Can Arizona expect a spring wildflower "superbloom" event in 2023?
March and April are peak months for showy annual wildflowers across lower elevations of the state. Periodically, the show is intense – colorful enough to be seen from space.
University of Arizona experts track multiple factors – primarily temperatures and precipitation over the previous winter, fall and even summer monsoon – that influence bloom events. They build databases and track historical records with the help of citizen observers to determine if conditions are right for a multicolored carpet on the desert floor.
But in the end, it's the plants that decide what kind of show they'll put on.
"We received good rainfall in October and then again in December, January and February, which are key ingredients to a good bloom event," said Theresa Crimmins, a professor in the UArizona School of Natural Resources and the Environment whose research focuses on phenology – the timing of seasonal events in plants and animals. "However, a few factors could impede a major flowering event, namely that November was dry, winter temperatures have been cool, and we had a wet summer last year, which can lead to heavy growth in summer annuals that can impede the germination of winter annuals. I think the fall and winter rains have set us up to have at least good pockets of flowering."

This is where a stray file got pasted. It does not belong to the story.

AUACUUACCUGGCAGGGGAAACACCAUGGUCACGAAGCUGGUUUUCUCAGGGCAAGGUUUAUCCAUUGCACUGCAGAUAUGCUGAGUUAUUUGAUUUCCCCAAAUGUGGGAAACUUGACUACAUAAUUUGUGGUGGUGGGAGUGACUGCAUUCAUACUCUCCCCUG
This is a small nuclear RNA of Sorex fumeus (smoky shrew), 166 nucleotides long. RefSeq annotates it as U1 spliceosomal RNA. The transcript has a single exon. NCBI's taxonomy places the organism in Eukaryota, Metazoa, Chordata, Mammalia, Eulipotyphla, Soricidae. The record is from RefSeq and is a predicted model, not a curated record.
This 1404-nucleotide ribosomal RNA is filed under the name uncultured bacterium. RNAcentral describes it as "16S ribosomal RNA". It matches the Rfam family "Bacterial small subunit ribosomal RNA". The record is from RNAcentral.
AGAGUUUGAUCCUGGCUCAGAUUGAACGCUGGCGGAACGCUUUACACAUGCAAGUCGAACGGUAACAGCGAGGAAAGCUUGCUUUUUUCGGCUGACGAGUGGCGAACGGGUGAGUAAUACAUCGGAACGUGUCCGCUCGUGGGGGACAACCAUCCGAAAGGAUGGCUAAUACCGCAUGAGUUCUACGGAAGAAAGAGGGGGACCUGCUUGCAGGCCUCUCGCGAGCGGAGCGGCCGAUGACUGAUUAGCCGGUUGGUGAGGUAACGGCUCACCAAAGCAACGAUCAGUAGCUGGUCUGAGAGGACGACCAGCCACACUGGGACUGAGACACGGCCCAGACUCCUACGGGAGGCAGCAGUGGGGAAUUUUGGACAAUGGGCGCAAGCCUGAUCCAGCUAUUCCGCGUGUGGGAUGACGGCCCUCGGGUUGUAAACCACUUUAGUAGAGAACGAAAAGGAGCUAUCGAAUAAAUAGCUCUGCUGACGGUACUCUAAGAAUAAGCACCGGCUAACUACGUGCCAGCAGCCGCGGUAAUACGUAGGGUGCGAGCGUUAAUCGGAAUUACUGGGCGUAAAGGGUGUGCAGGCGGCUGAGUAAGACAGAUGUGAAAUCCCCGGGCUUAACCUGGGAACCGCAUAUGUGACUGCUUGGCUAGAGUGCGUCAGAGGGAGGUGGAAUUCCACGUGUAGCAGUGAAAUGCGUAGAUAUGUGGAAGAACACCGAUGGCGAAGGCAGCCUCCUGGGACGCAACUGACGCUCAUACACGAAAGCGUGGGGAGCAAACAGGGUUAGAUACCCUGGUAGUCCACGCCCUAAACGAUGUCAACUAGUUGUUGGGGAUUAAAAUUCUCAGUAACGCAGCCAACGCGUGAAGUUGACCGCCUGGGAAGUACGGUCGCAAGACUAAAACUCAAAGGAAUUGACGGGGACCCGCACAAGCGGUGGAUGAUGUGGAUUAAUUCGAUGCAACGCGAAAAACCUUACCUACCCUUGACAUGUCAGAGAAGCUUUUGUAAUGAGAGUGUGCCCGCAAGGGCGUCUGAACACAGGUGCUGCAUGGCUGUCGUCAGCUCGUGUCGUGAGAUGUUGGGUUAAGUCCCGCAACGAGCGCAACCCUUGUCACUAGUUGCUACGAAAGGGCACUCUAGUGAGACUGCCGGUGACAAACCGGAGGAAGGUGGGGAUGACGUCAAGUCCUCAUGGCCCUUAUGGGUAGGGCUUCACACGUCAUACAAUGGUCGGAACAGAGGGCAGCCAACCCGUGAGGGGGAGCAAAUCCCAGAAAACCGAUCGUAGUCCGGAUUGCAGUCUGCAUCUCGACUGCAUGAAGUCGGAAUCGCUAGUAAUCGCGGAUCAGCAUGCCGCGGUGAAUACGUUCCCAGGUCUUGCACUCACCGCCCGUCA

Scientists don't yet have the mechanism to accurately predict superbloom seasons, but the public can help, Crimmins said.
Crimmins is director of the USA National Phenology Network, which collects and shares information on when plants and animals undergo seasonal events like flowering and migration. These observations contribute to a massive resource used by scientists, government agencies, and many others to better understand events like spring superblooms and when they may occur. Her research has contributed to a greater understanding of how the timing of such events – phenology – is shifting under rapidly changing climate conditions.
Citizen scientists are encouraged to use the network's Nature's Notebook to record observations of plants and animals.
"Observations of when different species of plants are in flower, as well as when they are not in flower, help us to unravel the mystery of why superbloom events happen in some years and not in others," Crimmins said.